By Dave Koebensky of W.C. Wolff Co. & Brownells GunTechs
A certain amount of confusion exists when it comes to the subject of recoil springs for the 1911 Auto. Alterations to the gun which involve changing the weight of its recoiling mass will often require a change in the recoil spring weight, as will major changes in the ammunition being fired.
Just what constitutes a recoil spring’s weight? The amount of energy stored by a conventionally-wound spring as it is compressed changes value in a straight line. For example, if you compress a conventional spring an inch, it may store a pound of energy. Compressing it another inch will store an additional pound of energy. At three inches we would have 3 pounds of energy stored.
A variable-weight spring works differently. The amount of energy stored for each increment of compression changes on a curve. As an example, compressing a variable weight spring one inch may store 4 ounces of energy, another one inch will store an additional 8 ounces of energy, the third inch will add another 12 ounces, and so on. A conventional 16 pound recoil spring and a variable 16 pound recoil spring will both store 16 pounds of energy but they get to that point at different rates.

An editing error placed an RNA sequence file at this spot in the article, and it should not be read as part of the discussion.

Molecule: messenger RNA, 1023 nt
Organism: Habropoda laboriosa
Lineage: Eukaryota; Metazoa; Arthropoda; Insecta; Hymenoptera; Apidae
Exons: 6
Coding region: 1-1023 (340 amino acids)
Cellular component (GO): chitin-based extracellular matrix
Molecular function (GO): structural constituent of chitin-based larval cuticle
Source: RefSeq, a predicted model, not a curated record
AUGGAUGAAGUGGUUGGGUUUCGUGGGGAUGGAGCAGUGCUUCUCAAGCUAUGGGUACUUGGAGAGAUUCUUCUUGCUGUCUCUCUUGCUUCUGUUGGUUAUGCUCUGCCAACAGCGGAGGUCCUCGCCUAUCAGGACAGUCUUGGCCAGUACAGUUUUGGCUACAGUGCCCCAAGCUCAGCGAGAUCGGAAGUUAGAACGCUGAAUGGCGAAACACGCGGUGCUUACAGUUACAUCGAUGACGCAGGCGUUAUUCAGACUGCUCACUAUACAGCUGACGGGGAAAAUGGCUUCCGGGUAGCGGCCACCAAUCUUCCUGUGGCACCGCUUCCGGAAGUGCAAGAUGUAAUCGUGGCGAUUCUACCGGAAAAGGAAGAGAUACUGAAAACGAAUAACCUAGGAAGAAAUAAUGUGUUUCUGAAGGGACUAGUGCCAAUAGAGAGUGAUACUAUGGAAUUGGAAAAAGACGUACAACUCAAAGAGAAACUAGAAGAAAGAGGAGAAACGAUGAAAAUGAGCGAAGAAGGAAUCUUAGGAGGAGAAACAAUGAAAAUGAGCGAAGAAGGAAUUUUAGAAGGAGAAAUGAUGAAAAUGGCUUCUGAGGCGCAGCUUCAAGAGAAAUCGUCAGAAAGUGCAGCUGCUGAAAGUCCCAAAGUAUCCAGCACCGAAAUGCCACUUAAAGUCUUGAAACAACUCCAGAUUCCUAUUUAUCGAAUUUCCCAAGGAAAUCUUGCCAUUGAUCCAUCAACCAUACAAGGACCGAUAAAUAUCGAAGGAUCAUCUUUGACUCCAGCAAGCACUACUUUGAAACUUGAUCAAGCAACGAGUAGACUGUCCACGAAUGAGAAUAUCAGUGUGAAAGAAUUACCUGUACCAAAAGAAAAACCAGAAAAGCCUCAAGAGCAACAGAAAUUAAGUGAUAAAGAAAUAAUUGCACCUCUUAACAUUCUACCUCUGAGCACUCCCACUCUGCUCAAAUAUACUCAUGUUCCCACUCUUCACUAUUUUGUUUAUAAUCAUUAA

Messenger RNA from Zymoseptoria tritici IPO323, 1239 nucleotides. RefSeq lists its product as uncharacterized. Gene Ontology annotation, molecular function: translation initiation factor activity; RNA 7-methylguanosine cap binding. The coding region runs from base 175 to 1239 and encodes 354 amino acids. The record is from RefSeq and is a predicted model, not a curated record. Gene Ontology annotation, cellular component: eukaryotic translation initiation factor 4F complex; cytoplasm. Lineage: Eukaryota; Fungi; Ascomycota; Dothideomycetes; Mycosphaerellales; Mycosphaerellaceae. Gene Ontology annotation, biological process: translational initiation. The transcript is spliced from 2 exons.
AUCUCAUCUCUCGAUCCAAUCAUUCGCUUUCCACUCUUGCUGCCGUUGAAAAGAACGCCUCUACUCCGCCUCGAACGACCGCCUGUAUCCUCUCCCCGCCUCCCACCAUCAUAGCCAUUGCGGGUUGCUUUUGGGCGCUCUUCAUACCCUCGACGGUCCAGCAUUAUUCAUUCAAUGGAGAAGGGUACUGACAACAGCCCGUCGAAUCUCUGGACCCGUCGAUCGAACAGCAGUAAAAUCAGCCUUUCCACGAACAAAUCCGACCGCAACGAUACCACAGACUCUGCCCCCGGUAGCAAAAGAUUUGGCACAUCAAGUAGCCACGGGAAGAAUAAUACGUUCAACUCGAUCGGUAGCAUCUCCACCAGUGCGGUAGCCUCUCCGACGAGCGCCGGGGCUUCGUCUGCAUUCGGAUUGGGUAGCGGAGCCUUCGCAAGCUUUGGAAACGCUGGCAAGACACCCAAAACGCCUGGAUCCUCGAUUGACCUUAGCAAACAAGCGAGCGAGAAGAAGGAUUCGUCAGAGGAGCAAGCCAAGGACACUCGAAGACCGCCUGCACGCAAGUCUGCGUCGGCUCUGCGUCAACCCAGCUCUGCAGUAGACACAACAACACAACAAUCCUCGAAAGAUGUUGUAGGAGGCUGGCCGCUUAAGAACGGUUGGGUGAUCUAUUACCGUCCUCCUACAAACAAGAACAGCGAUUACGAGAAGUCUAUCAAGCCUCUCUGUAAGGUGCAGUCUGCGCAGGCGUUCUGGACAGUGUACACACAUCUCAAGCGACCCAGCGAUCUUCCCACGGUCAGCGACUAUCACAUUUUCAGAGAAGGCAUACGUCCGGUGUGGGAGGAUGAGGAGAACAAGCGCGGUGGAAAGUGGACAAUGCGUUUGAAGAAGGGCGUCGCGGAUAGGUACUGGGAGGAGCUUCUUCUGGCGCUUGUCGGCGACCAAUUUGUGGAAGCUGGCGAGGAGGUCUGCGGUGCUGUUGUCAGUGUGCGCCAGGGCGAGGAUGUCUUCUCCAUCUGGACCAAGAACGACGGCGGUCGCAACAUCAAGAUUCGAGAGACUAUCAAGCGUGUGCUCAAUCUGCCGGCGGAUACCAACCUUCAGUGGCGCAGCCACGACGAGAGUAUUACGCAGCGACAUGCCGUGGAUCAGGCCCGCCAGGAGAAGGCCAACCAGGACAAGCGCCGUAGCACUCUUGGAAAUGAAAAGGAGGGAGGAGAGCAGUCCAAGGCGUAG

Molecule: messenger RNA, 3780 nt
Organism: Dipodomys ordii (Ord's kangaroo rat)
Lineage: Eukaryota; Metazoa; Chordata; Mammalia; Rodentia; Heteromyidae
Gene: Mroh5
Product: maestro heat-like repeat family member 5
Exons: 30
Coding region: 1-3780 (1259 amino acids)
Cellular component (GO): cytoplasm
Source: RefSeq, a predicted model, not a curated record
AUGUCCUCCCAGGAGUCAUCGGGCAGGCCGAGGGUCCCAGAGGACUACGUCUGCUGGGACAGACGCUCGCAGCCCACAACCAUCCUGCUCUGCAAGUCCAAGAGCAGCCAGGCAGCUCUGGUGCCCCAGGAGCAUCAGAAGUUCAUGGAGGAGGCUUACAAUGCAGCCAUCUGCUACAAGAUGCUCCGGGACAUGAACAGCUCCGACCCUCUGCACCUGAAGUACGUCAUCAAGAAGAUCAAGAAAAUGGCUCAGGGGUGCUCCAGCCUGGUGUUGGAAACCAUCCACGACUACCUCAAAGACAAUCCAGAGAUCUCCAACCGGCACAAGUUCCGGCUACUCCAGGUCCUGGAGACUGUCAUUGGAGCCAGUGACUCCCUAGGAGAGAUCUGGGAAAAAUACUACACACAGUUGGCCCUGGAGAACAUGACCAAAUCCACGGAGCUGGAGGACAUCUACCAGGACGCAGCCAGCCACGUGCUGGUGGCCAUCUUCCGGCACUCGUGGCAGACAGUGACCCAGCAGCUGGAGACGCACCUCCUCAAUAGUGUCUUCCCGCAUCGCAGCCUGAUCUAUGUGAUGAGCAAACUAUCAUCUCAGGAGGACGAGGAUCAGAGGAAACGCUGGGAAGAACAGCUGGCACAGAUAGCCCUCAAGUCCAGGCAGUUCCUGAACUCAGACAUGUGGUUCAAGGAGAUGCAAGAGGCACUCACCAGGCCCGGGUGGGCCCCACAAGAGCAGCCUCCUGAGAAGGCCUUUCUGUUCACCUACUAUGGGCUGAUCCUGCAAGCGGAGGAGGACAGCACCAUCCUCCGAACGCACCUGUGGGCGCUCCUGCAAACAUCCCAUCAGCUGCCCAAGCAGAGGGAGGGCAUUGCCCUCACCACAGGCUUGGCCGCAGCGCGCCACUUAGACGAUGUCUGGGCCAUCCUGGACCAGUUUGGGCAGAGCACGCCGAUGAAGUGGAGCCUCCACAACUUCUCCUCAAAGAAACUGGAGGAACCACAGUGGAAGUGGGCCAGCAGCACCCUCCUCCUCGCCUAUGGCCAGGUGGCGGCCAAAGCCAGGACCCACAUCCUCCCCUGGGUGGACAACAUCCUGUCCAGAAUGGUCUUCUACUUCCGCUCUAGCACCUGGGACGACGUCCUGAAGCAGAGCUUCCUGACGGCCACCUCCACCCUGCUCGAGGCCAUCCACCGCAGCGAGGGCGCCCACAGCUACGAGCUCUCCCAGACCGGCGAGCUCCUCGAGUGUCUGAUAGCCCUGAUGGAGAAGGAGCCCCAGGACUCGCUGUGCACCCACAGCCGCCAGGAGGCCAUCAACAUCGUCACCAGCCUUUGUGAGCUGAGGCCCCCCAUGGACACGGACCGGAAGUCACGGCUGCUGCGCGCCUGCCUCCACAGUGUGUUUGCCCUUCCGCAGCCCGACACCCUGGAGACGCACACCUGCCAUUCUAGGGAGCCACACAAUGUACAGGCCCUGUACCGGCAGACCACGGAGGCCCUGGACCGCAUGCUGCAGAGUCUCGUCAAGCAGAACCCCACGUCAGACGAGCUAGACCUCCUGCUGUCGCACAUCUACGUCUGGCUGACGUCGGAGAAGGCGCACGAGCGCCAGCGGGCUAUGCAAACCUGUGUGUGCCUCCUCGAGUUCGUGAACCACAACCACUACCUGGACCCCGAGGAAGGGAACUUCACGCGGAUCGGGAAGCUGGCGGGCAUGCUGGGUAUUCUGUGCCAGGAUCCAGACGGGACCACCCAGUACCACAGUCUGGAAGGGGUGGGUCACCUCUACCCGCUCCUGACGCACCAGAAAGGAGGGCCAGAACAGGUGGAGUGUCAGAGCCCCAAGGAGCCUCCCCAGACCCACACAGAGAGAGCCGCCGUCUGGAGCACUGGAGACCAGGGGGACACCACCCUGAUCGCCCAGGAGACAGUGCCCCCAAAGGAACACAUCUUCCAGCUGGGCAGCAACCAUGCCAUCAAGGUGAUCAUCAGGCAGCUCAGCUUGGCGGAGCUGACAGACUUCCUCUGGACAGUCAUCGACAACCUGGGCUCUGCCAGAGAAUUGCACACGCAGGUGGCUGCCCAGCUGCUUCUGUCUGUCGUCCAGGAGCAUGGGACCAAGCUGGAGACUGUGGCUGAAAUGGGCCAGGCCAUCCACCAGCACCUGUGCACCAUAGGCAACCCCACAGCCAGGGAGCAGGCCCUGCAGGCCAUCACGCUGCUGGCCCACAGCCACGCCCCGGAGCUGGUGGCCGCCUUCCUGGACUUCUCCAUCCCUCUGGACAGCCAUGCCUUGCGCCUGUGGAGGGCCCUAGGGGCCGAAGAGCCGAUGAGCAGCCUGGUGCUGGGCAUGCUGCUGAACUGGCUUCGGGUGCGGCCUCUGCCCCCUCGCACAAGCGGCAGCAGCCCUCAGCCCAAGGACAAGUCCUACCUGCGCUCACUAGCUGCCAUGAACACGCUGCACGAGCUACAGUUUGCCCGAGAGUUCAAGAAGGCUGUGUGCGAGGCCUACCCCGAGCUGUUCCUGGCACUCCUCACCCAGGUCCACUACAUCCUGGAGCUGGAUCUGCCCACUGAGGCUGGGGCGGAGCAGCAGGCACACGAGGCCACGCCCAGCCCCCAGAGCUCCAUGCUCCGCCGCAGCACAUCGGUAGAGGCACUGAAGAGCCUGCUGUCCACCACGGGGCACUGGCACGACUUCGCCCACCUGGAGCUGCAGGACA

While 1911 Auto recoil springs are available in a variety of weights, 16 pounds is considered the standard for full-size guns with 5" barrels. Just how is this figure of 16 pounds determined? In full recoil, the space available for the recoil spring to occupy is 1.625". At this point in its compression, its stored energy is 16 pounds. A 15 pound spring would store 15 pounds of energy when compressed to 1.625", etc.
|SDM Recoil Spring Tester
Similar pistols but with shorter slides, such as Commander or Officer’s ACP-length models, require springs that are not only shorter, but have different compression weights. A standard Commander spring is 18 pounds when compressed to 1.125", while the Officers ACP spring system must store 22 pounds of energy when compressed to .700". The free length prior to compression is not all that important, as long as it fits within the available space.
These figures should explain why the shooter cannot take an 18 pound full-size Government model recoil spring and shorten it and expect it to function the same as a standard 18 pound spring in his Commander-length pistol.
Just what weight of spring should be used? As mentioned at the beginning, changes in the weight of the slide and barrel combination, addition of barrel weights or compensators, optical sights attached directly to the slide, or changes to the ballistics of your ammunition may require a change in spring weight. The rule of thumb is to use the heaviest spring available while maintaining reliable function. A fair indicator is how far from the shooter the ejected cases land. Less than three feet may indicate the need for a lighter spring, while more than six feet may indicate the need for a heavier spring. Keep in mind that too light a spring may result in damage to your pistol.
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